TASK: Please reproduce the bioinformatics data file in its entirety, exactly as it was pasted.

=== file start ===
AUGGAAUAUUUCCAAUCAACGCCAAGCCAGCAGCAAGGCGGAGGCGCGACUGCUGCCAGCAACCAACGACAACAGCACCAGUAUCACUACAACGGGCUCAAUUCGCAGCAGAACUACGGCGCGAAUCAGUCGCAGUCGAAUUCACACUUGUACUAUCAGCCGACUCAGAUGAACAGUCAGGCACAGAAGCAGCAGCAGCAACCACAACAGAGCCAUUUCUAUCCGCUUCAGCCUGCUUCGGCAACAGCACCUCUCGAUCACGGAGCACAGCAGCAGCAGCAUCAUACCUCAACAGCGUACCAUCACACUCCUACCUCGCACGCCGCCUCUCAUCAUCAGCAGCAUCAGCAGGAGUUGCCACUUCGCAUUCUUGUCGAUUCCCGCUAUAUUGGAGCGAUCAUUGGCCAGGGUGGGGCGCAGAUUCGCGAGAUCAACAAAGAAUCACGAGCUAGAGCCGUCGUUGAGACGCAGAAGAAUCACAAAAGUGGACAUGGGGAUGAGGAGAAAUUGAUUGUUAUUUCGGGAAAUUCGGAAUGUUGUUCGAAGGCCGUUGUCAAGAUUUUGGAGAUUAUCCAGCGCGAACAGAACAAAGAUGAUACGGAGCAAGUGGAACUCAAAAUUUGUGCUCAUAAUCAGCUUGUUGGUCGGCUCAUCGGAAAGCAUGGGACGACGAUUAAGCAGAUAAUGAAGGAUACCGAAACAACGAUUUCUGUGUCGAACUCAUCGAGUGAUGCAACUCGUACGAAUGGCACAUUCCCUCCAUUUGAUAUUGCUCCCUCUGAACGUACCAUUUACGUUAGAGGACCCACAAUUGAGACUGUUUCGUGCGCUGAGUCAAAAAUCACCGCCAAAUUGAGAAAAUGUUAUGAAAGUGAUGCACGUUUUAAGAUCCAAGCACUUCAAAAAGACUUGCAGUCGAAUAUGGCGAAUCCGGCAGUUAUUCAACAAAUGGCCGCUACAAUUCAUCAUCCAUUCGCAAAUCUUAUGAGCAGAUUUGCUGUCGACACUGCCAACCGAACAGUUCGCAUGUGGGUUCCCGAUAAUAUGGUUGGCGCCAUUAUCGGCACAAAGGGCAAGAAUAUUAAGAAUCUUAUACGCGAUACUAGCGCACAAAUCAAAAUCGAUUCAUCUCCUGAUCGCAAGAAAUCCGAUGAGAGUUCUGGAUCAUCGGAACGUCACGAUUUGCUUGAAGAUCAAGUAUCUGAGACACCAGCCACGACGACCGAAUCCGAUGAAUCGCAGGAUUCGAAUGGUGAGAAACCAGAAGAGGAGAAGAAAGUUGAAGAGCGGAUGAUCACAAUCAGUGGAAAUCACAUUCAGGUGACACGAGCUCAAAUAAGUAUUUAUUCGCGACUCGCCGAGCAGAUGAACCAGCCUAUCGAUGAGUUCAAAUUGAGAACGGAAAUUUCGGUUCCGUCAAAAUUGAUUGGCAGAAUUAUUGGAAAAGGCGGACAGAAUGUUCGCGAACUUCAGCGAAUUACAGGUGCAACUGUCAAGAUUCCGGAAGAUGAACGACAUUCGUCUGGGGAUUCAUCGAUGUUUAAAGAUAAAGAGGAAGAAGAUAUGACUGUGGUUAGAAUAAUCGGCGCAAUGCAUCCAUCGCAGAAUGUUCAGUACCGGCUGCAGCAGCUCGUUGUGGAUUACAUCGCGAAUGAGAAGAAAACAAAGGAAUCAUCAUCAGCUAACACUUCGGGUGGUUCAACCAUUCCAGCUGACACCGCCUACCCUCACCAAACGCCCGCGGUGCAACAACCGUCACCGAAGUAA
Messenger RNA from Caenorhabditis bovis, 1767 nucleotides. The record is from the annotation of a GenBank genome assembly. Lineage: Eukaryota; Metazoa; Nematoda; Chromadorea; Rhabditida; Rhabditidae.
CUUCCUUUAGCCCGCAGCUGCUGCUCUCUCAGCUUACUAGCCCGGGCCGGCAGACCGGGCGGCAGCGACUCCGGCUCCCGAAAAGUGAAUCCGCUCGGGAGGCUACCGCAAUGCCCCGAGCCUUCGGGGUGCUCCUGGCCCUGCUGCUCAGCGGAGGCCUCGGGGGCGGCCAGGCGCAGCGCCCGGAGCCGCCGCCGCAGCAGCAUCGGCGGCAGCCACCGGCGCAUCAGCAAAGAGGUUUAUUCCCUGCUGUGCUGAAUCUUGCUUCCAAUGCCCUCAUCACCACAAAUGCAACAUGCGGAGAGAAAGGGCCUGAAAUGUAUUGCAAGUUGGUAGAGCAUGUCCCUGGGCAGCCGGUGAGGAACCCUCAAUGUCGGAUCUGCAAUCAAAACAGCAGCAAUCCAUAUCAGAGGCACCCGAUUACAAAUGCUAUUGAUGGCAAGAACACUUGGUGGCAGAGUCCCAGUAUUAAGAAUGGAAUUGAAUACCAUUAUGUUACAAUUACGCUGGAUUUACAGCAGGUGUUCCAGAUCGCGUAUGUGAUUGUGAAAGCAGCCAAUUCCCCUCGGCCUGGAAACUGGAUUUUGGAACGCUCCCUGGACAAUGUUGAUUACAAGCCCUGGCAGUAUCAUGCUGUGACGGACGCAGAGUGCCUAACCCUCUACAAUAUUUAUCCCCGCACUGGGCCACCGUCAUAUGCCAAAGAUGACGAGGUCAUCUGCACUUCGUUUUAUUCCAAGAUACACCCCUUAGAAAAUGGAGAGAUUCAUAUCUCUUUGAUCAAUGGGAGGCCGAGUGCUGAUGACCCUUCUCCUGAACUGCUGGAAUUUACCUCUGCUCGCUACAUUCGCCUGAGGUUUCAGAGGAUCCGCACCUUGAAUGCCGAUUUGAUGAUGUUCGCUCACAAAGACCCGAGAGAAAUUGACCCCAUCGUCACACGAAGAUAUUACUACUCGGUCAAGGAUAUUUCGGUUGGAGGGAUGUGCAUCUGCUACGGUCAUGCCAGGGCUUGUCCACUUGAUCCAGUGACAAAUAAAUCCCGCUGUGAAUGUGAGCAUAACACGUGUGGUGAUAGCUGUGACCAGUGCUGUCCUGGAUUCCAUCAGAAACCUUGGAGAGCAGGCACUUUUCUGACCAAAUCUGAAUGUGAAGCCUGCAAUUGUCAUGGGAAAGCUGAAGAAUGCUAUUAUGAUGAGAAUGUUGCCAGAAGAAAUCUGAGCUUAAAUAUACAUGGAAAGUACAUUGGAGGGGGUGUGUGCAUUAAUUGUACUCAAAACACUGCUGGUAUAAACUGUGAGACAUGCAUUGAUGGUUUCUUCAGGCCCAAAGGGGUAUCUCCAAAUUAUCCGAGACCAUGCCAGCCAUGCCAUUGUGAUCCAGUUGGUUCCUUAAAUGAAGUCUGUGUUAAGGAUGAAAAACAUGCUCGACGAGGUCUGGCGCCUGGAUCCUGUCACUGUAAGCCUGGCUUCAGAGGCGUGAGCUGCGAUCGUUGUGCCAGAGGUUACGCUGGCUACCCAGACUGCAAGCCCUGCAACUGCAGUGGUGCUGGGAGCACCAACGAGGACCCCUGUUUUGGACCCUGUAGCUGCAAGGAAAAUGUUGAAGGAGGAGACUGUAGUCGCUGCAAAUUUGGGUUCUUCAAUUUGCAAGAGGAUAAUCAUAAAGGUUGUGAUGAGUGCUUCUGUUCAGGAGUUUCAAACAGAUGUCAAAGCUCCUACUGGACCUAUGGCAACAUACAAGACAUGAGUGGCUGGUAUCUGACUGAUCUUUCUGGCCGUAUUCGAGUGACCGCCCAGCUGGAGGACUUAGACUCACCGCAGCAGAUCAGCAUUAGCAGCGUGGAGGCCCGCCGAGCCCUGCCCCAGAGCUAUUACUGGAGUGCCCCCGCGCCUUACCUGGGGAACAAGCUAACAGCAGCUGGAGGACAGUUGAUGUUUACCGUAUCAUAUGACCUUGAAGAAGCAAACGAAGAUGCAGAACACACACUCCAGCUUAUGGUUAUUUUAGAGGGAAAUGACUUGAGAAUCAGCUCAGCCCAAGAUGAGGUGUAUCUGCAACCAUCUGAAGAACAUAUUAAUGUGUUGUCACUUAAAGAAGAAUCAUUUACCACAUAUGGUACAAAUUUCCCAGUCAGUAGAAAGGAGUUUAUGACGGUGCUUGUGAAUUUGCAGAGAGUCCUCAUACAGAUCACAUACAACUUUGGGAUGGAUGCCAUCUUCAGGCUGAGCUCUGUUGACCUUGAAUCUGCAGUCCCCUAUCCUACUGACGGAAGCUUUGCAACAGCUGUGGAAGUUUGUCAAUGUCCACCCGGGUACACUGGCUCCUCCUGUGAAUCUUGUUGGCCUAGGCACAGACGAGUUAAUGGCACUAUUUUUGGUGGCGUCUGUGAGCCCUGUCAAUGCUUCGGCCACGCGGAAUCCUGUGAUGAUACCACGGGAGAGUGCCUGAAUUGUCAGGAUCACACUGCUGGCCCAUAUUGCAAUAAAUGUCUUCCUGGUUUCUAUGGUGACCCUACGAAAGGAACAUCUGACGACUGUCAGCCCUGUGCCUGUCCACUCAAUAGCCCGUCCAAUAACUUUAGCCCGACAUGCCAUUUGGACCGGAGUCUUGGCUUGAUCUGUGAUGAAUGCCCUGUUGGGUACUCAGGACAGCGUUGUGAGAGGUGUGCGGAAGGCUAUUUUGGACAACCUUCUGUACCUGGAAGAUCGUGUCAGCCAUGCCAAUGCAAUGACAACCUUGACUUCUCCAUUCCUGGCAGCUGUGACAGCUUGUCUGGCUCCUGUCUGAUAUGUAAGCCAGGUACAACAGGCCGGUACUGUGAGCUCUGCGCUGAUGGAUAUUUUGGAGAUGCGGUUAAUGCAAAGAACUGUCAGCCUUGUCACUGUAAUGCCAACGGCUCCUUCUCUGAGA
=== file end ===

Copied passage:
AUGGAAUAUUUCCAAUCAACGCCAAGCCAGCAGCAAGGCGGAGGCGCGACUGCUGCCAGCAACCAACGACAACAGCACCAGUAUCACUACAACGGGCUCAAUUCGCAGCAGAACUACGGCGCGAAUCAGUCGCAGUCGAAUUCACACUUGUACUAUCAGCCGACUCAGAUGAACAGUCAGGCACAGAAGCAGCAGCAGCAACCACAACAGAGCCAUUUCUAUCCGCUUCAGCCUGCUUCGGCAACAGCACCUCUCGAUCACGGAGCACAGCAGCAGCAGCAUCAUACCUCAACAGCGUACCAUCACACUCCUACCUCGCACGCCGCCUCUCAUCAUCAGCAGCAUCAGCAGGAGUUGCCACUUCGCAUUCUUGUCGAUUCCCGCUAUAUUGGAGCGAUCAUUGGCCAGGGUGGGGCGCAGAUUCGCGAGAUCAACAAAGAAUCACGAGCUAGAGCCGUCGUUGAGACGCAGAAGAAUCACAAAAGUGGACAUGGGGAUGAGGAGAAAUUGAUUGUUAUUUCGGGAAAUUCGGAAUGUUGUUCGAAGGCCGUUGUCAAGAUUUUGGAGAUUAUCCAGCGCGAACAGAACAAAGAUGAUACGGAGCAAGUGGAACUCAAAAUUUGUGCUCAUAAUCAGCUUGUUGGUCGGCUCAUCGGAAAGCAUGGGACGACGAUUAAGCAGAUAAUGAAGGAUACCGAAACAACGAUUUCUGUGUCGAACUCAUCGAGUGAUGCAACUCGUACGAAUGGCACAUUCCCUCCAUUUGAUAUUGCUCCCUCUGAACGUACCAUUUACGUUAGAGGACCCACAAUUGAGACUGUUUCGUGCGCUGAGUCAAAAAUCACCGCCAAAUUGAGAAAAUGUUAUGAAAGUGAUGCACGUUUUAAGAUCCAAGCACUUCAAAAAGACUUGCAGUCGAAUAUGGCGAAUCCGGCAGUUAUUCAACAAAUGGCCGCUACAAUUCAUCAUCCAUUCGCAAAUCUUAUGAGCAGAUUUGCUGUCGACACUGCCAACCGAACAGUUCGCAUGUGGGUUCCCGAUAAUAUGGUUGGCGCCAUUAUCGGCACAAAGGGCAAGAAUAUUAAGAAUCUUAUACGCGAUACUAGCGCACAAAUCAAAAUCGAUUCAUCUCCUGAUCGCAAGAAAUCCGAUGAGAGUUCUGGAUCAUCGGAACGUCACGAUUUGCUUGAAGAUCAAGUAUCUGAGACACCAGCCACGACGACCGAAUCCGAUGAAUCGCAGGAUUCGAAUGGUGAGAAACCAGAAGAGGAGAAGAAAGUUGAAGAGCGGAUGAUCACAAUCAGUGGAAAUCACAUUCAGGUGACACGAGCUCAAAUAAGUAUUUAUUCGCGACUCGCCGAGCAGAUGAACCAGCCUAUCGAUGAGUUCAAAUUGAGAACGGAAAUUUCGGUUCCGUCAAAAUUGAUUGGCAGAAUUAUUGGAAAAGGCGGACAGAAUGUUCGCGAACUUCAGCGAAUUACAGGUGCAACUGUCAAGAUUCCGGAAGAUGAACGACAUUCGUCUGGGGAUUCAUCGAUGUUUAAAGAUAAAGAGGAAGAAGAUAUGACUGUGGUUAGAAUAAUCGGCGCAAUGCAUCCAUCGCAGAAUGUUCAGUACCGGCUGCAGCAGCUCGUUGUGGAUUACAUCGCGAAUGAGAAGAAAACAAAGGAAUCAUCAUCAGCUAACACUUCGGGUGGUUCAACCAUUCCAGCUGACACCGCCUACCCUCACCAAACGCCCGCGGUGCAACAACCGUCACCGAAGUAA
Messenger RNA from Caenorhabditis bovis, 1767 nucleotides. The record is from the annotation of a GenBank genome assembly. Lineage: Eukaryota; Metazoa; Nematoda; Chromadorea; Rhabditida; Rhabditidae.
CUUCCUUUAGCCCGCAGCUGCUGCUCUCUCAGCUUACUAGCCCGGGCCGGCAGACCGGGCGGCAGCGACUCCGGCUCCCGAAAAGUGAAUCCGCUCGGGAGGCUACCGCAAUGCCCCGAGCCUUCGGGGUGCUCCUGGCCCUGCUGCUCAGCGGAGGCCUCGGGGGCGGCCAGGCGCAGCGCCCGGAGCCGCCGCCGCAGCAGCAUCGGCGGCAGCCACCGGCGCAUCAGCAAAGAGGUUUAUUCCCUGCUGUGCUGAAUCUUGCUUCCAAUGCCCUCAUCACCACAAAUGCAACAUGCGGAGAGAAAGGGCCUGAAAUGUAUUGCAAGUUGGUAGAGCAUGUCCCUGGGCAGCCGGUGAGGAACCCUCAAUGUCGGAUCUGCAAUCAAAACAGCAGCAAUCCAUAUCAGAGGCACCCGAUUACAAAUGCUAUUGAUGGCAAGAACACUUGGUGGCAGAGUCCCAGUAUUAAGAAUGGAAUUGAAUACCAUUAUGUUACAAUUACGCUGGAUUUACAGCAGGUGUUCCAGAUCGCGUAUGUGAUUGUGAAAGCAGCCAAUUCCCCUCGGCCUGGAAACUGGAUUUUGGAACGCUCCCUGGACAAUGUUGAUUACAAGCCCUGGCAGUAUCAUGCUGUGACGGACGCAGAGUGCCUAACCCUCUACAAUAUUUAUCCCCGCACUGGGCCACCGUCAUAUGCCAAAGAUGACGAGGUCAUCUGCACUUCGUUUUAUUCCAAGAUACACCCCUUAGAAAAUGGAGAGAUUCAUAUCUCUUUGAUCAAUGGGAGGCCGAGUGCUGAUGACCCUUCUCCUGAACUGCUGGAAUUUACCUCUGCUCGCUACAUUCGCCUGAGGUUUCAGAGGAUCCGCACCUUGAAUGCCGAUUUGAUGAUGUUCGCUCACAAAGACCCGAGAGAAAUUGACCCCAUCGUCACACGAAGAUAUUACUACUCGGUCAAGGAUAUUUCGGUUGGAGGGAUGUGCAUCUGCUACGGUCAUGCCAGGGCUUGUCCACUUGAUCCAGUGACAAAUAAAUCCCGCUGUGAAUGUGAGCAUAACACGUGUGGUGAUAGCUGUGACCAGUGCUGUCCUGGAUUCCAUCAGAAACCUUGGAGAGCAGGCACUUUUCUGACCAAAUCUGAAUGUGAAGCCUGCAAUUGUCAUGGGAAAGCUGAAGAAUGCUAUUAUGAUGAGAAUGUUGCCAGAAGAAAUCUGAGCUUAAAUAUACAUGGAAAGUACAUUGGAGGGGGUGUGUGCAUUAAUUGUACUCAAAACACUGCUGGUAUAAACUGUGAGACAUGCAUUGAUGGUUUCUUCAGGCCCAAAGGGGUAUCUCCAAAUUAUCCGAGACCAUGCCAGCCAUGCCAUUGUGAUCCAGUUGGUUCCUUAAAUGAAGUCUGUGUUAAGGAUGAAAAACAUGCUCGACGAGGUCUGGCGCCUGGAUCCUGUCACUGUAAGCCUGGCUUCAGAGGCGUGAGCUGCGAUCGUUGUGCCAGAGGUUACGCUGGCUACCCAGACUGCAAGCCCUGCAACUGCAGUGGUGCUGGGAGCACCAACGAGGACCCCUGUUUUGGACCCUGUAGCUGCAAGGAAAAUGUUGAAGGAGGAGACUGUAGUCGCUGCAAAUUUGGGUUCUUCAAUUUGCAAGAGGAUAAUCAUAAAGGUUGUGAUGAGUGCUUCUGUUCAGGAGUUUCAAACAGAUGUCAAAGCUCCUACUGGACCUAUGGCAACAUACAAGACAUGAGUGGCUGGUAUCUGACUGAUCUUUCUGGCCGUAUUCGAGUGACCGCCCAGCUGGAGGACUUAGACUCACCGCAGCAGAUCAGCAUUAGCAGCGUGGAGGCCCGCCGAGCCCUGCCCCAGAGCUAUUACUGGAGUGCCCCCGCGCCUUACCUGGGGAACAAGCUAACAGCAGCUGGAGGACAGUUGAUGUUUACCGUAUCAUAUGACCUUGAAGAAGCAAACGAAGAUGCAGAACACACACUCCAGCUUAUGGUUAUUUUAGAGGGAAAUGACUUGAGAAUCAGCUCAGCCCAAGAUGAGGUGUAUCUGCAACCAUCUGAAGAACAUAUUAAUGUGUUGUCACUUAAAGAAGAAUCAUUUACCACAUAUGGUACAAAUUUCCCAGUCAGUAGAAAGGAGUUUAUGACGGUGCUUGUGAAUUUGCAGAGAGUCCUCAUACAGAUCACAUACAACUUUGGGAUGGAUGCCAUCUUCAGGCUGAGCUCUGUUGACCUUGAAUCUGCAGUCCCCUAUCCUACUGACGGAAGCUUUGCAACAGCUGUGGAAGUUUGUCAAUGUCCACCCGGGUACACUGGCUCCUCCUGUGAAUCUUGUUGGCCUAGGCACAGACGAGUUAAUGGCACUAUUUUUGGUGGCGUCUGUGAGCCCUGUCAAUGCUUCGGCCACGCGGAAUCCUGUGAUGAUACCACGGGAGAGUGCCUGAAUUGUCAGGAUCACACUGCUGGCCCAUAUUGCAAUAAAUGUCUUCCUGGUUUCUAUGGUGACCCUACGAAAGGAACAUCUGACGACUGUCAGCCCUGUGCCUGUCCACUCAAUAGCCCGUCCAAUAACUUUAGCCCGACAUGCCAUUUGGACCGGAGUCUUGGCUUGAUCUGUGAUGAAUGCCCUGUUGGGUACUCAGGACAGCGUUGUGAGAGGUGUGCGGAAGGCUAUUUUGGACAACCUUCUGUACCUGGAAGAUCGUGUCAGCCAUGCCAAUGCAAUGACAACCUUGACUUCUCCAUUCCUGGCAGCUGUGACAGCUUGUCUGGCUCCUGUCUGAUAUGUAAGCCAGGUACAACAGGCCGGUACUGUGAGCUCUGCGCUGAUGGAUAUUUUGGAGAUGCGGUUAAUGCAAAGAACUGUCAGCCUUGUCACUGUAAUGCCAACGGCUCCUUCUCUGAGA